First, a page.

Madrid’s residential buildings may soon be able to ban the use of housing units for short-term vacation rentals, according to legislative changes announced by regional premier Cristina Cifuentes.
As the Spanish capital grapples with the growing phenomenon of apartment-based tourist accommodation in downtown areas – which residents say drives up rent and causes problems for locals – regional authorities are responding with regulatory changes that seek to channel the trend.
According to the draft measures, which will be posted on the Madrid regional government website on Thursday, the groups representing homeowners in condominium buildings – known as comunidades de propietarios – will be able to introduce clauses in their statutes to explicitly ban condo owners from renting out their units to short-term vacationers.
The new rules also hope to make peer-to-peer holiday rental websites subject to sanctions under regional tourism legislation when basic rules of coexistence are not met. But this requires online platforms to be designated as tourism businesses, a particularly controversial point.
Homes destined for use as tourist accommodation have to be registered on a regional roster, but this rule is largely ignored throughout Madrid. No specific figures are available as authorities have yet to conduct a reliable study on the subject.
At a press conference, Cifuentes said that her Popular Party (PP) administration does not oppose holiday rentals per se. Instead, her government wants to regulate the activity in order to improve quality for the sake of tourists and citizen safety, she said.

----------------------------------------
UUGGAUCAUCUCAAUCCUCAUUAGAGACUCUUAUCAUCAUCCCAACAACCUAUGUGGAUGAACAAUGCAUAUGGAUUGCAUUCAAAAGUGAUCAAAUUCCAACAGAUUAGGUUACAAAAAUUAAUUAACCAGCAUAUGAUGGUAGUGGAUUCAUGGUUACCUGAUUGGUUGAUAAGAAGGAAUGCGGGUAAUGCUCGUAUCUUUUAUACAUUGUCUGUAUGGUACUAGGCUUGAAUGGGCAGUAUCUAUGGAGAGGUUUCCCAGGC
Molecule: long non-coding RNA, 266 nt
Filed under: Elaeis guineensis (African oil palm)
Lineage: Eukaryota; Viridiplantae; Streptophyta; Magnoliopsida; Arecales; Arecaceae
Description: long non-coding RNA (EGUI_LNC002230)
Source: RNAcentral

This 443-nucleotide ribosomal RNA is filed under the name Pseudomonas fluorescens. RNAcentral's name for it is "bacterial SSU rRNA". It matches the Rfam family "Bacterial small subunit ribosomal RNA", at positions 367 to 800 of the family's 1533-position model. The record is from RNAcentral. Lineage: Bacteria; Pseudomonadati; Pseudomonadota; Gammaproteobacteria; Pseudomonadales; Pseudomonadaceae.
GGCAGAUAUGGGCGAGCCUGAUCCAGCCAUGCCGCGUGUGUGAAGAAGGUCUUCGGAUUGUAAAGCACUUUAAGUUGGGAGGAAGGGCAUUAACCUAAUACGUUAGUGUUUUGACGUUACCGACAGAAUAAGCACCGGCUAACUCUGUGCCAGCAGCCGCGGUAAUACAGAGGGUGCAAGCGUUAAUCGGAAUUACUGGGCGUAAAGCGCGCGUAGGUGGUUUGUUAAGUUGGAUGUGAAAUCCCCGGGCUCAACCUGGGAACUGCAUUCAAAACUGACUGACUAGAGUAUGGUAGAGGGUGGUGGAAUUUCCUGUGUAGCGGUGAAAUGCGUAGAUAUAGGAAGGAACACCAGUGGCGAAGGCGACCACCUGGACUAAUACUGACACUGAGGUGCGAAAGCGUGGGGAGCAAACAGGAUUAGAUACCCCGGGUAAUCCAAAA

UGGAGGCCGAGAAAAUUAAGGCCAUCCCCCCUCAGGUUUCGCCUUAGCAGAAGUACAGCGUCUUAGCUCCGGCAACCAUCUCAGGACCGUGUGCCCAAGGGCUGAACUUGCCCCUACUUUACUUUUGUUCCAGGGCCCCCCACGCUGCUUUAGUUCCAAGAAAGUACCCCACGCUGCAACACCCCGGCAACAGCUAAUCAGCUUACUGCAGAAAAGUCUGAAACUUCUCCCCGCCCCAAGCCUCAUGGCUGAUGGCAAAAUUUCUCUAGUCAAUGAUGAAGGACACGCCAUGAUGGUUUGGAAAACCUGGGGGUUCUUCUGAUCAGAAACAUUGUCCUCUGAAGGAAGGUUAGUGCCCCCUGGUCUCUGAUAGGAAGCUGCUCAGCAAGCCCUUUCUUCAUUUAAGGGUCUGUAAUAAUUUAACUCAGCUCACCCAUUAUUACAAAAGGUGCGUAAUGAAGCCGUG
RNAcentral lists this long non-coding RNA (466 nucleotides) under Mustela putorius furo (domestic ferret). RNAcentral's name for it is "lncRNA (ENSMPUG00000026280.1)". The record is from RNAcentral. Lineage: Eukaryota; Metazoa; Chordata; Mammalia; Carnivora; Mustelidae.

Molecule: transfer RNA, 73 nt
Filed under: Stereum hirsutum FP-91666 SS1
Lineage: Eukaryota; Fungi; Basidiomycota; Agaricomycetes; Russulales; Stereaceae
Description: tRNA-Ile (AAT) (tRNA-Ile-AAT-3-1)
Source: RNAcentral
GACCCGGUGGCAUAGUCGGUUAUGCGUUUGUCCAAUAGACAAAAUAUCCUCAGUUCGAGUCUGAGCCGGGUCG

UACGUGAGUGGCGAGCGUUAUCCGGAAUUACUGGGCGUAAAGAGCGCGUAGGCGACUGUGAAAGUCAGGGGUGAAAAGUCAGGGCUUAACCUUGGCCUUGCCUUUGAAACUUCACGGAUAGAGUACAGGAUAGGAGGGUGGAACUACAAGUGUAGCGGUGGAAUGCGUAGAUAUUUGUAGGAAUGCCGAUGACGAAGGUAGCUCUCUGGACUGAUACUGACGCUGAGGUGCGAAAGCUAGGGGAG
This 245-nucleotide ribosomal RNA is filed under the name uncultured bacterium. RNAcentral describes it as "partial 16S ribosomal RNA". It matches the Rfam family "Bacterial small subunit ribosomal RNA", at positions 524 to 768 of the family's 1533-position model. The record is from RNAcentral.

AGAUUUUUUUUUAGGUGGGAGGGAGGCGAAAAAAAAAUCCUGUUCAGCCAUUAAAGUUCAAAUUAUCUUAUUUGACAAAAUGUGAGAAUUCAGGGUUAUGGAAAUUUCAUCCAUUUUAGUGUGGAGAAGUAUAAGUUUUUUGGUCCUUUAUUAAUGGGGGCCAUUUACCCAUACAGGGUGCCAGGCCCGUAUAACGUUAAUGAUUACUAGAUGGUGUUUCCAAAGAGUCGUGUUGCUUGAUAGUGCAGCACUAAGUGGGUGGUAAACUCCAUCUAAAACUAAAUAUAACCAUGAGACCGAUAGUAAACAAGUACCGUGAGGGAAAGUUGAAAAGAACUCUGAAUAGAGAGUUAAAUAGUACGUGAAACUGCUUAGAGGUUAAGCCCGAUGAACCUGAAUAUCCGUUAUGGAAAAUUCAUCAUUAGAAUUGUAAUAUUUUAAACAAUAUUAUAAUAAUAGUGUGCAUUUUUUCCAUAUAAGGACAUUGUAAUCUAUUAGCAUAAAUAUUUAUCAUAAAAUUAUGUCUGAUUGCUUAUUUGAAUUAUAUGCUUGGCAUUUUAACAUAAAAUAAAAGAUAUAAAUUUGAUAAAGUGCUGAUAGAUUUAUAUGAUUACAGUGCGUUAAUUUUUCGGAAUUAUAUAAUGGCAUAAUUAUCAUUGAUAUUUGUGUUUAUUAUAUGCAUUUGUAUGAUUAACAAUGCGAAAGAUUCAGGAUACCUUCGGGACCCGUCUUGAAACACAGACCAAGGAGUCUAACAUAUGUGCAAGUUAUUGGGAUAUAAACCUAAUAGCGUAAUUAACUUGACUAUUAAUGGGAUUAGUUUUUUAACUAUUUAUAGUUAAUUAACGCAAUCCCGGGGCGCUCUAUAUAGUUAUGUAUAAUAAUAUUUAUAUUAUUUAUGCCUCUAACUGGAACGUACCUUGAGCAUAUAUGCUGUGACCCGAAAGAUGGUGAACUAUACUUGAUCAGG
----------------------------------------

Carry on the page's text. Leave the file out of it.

To this end, housing units used as vacation rentals will have to take out civil responsibility insurance and have complaint forms available to customers. Regulators also want to create a special certificate that would guarantee that the housing unit has basic things like heating, cold and hot water, and sufficient energy sources.
Regional authorities have been in touch with Madrid city officials over the matter, but Cifuentes said that City Hall – currently under the rule of the leftist coalition Ahora Madrid – has “an essentially prohibitionist vision that we do not share.”
Cifuentes also said she opposes the idea of a “tourism tax” or a moratorium on new hotel construction, which some local governments are contemplating.
The regional premier insisted that the situation in Madrid is not comparable to Barcelona, where the proliferation of vacation rentals is widely perceived as a growing problem.